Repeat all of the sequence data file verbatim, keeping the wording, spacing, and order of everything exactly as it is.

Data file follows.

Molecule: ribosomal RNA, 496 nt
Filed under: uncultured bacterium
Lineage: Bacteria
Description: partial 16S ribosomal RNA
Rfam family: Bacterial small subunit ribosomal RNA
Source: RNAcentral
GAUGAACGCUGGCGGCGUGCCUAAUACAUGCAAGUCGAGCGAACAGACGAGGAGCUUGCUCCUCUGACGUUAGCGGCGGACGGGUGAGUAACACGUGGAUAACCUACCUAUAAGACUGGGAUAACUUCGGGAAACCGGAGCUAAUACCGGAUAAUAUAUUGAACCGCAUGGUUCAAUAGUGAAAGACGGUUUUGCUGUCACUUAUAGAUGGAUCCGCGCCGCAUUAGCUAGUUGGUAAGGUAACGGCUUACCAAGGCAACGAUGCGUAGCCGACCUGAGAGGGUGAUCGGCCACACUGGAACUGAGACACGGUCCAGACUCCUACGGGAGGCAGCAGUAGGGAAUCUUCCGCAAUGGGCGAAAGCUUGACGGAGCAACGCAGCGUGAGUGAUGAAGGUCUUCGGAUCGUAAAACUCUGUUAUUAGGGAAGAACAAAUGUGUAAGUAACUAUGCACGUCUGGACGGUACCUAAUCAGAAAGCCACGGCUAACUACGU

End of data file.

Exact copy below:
Molecule: ribosomal RNA, 496 nt
Filed under: uncultured bacterium
Lineage: Bacteria
Description: partial 16S ribosomal RNA
Rfam family: Bacterial small subunit ribosomal RNA
Source: RNAcentral
GAUGAACGCUGGCGGCGUGCCUAAUACAUGCAAGUCGAGCGAACAGACGAGGAGCUUGCUCCUCUGACGUUAGCGGCGGACGGGUGAGUAACACGUGGAUAACCUACCUAUAAGACUGGGAUAACUUCGGGAAACCGGAGCUAAUACCGGAUAAUAUAUUGAACCGCAUGGUUCAAUAGUGAAAGACGGUUUUGCUGUCACUUAUAGAUGGAUCCGCGCCGCAUUAGCUAGUUGGUAAGGUAACGGCUUACCAAGGCAACGAUGCGUAGCCGACCUGAGAGGGUGAUCGGCCACACUGGAACUGAGACACGGUCCAGACUCCUACGGGAGGCAGCAGUAGGGAAUCUUCCGCAAUGGGCGAAAGCUUGACGGAGCAACGCAGCGUGAGUGAUGAAGGUCUUCGGAUCGUAAAACUCUGUUAUUAGGGAAGAACAAAUGUGUAAGUAACUAUGCACGUCUGGACGGUACCUAAUCAGAAAGCCACGGCUAACUACGU